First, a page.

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Angel in The House by Coventry Patmore – Summary and Analysis

The “Angel in the House” is a narrative poem by Coventry Patmore. It was first published in 1854 and was expanded up to 1862. Although its publishing was ignored, it has occupied a special and permanent position in the Home Books of, especially English people.

Coventry Patmore

However, it gained immense popularity in the United States and then in Britain in a late 19th century. Its influence continued to the twentieth century and it became part of various English Literature courses. The poem is said to be based on Patmore’s wife, Emily, who he believed to be a perfect woman.

The Poem – Angel in The House – Summary

The poem, Angel in The House, is in two parts, but it was published in four installments. The first was published wit

h the main title, “Angel in the House” in 1854 followed by “The Espousals” in 1856, “Faithful for Ever” in 1860 and “The Victories of Love” in 1862. The last two poems were complete on their own and had a separate identity too, but related to the main poem.

The first two poems are forms of a single comprehensible poem and start with the narrator saying his wife that he is going to write a long poem on her.

The poem then carries on starting from the journey of the poet who is in youth and meets a girl who is to become his wife. The poem then reflects the poet’s reflections of his beloved and the notion of ideal femininity.

The poem goes on describing the growing relationship between the two and then the sudden arrival of the girl’s cousin who is rejected by the girl because she eventually marries the poet.

The last two installments were written with the point of view of the rejected suitor who marries another woman.

The man is not able to overcome his feelings towards his first love, but he is trying hard to concentrate all his love towards his wife. In the end, he succeeds by overcoming all his doubts and feels complete as well.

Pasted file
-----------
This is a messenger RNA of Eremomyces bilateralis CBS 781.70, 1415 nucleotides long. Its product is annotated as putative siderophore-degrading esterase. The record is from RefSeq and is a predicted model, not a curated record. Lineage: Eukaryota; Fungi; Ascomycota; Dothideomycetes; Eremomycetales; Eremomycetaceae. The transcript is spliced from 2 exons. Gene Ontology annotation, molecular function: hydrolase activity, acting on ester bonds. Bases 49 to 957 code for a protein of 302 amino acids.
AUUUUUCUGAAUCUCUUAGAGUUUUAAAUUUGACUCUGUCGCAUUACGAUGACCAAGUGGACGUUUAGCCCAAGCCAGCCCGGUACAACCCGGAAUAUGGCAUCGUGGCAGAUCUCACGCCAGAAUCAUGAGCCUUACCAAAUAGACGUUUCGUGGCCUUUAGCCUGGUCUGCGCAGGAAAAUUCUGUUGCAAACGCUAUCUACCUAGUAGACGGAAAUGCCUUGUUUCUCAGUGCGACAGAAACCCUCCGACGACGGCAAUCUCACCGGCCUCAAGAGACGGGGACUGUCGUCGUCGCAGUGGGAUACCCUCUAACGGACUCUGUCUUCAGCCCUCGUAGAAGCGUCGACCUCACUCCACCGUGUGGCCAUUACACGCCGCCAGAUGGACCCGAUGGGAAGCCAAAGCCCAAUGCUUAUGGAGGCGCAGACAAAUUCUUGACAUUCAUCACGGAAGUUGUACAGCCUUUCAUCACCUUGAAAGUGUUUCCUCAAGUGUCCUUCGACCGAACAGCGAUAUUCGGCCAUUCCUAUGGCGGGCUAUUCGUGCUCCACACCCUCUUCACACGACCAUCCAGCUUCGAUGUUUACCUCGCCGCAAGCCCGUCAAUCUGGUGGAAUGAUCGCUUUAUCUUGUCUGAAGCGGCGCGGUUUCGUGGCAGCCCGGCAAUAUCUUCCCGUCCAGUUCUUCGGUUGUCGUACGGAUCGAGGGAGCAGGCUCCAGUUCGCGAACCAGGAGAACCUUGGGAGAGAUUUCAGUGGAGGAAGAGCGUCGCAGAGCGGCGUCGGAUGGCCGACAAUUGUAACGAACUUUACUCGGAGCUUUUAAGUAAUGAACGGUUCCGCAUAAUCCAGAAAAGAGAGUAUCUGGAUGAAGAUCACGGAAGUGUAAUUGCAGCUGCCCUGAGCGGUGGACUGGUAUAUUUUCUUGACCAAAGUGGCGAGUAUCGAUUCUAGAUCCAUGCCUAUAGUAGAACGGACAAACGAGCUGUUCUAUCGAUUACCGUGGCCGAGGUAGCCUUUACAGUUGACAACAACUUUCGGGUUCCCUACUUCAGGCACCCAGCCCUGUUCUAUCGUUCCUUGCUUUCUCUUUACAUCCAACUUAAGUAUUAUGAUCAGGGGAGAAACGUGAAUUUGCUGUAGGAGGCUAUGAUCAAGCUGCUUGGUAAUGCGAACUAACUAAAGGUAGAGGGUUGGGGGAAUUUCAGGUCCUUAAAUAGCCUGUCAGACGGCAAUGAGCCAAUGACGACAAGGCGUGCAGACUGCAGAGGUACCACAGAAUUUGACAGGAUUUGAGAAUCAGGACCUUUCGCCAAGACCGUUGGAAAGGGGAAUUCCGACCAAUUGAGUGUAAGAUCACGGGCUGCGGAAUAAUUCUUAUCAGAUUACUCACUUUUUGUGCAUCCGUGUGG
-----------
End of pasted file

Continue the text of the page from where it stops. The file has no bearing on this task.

Analysis of Angel in The House by Coventry Patmore

“The Angel of the House” is a term used by the Victorian poet, Coventry Patmore and is perhaps the most famous term for describing how women were during the Victorian era.

They were confined to home and were expected to be domestic, innocent and extremely helpless when anything outside the home was concerned. They were supposed to be a beacon of morality for their husbands.

The term applied to the middle-class women exclusively and they were supposed to stay at home and take care of the house and children. Women were educated but were not skilled to be beneficial outside in the world.

The tasks usually associated with women were learning piano, fine arts, needlework and sometimes they did charity as well, but since they were not exposed to the hardships of the world, it was easy for them to retain their innocence.

The Angel in the House Summary and Analysis

Angel in The House first describes the title and portrays a typical Victorian marriage written from a husband’s perspective. Patmore praises the woman all through the poem, but she doesn’t have any opinion of her own.

In the first glance Angel in The House looks like a love poem, but in reality, it is a poem related to a woman’s ability to benefit men. The main part of the poem is the woman, but the reader needs to look at her through the poet’s eyes.

Further, being an “angel” Patmore depicts the spiritual aspect of women whose purpose is to bring man closer to God.

Even while praising women, Patmore believes that women are inferior to men with the sole purpose of aiding their husbands. In fact, the poem depicts the broader view of the relationship between men and women during the time poem was written.

This objectification of women was customary for that period and remained a consistent theme throughout Victorian literature, especially poetry.

More Info On- Lilly Martin SpencerFrank DickseeVassena BellsGeorge Frederick Watts

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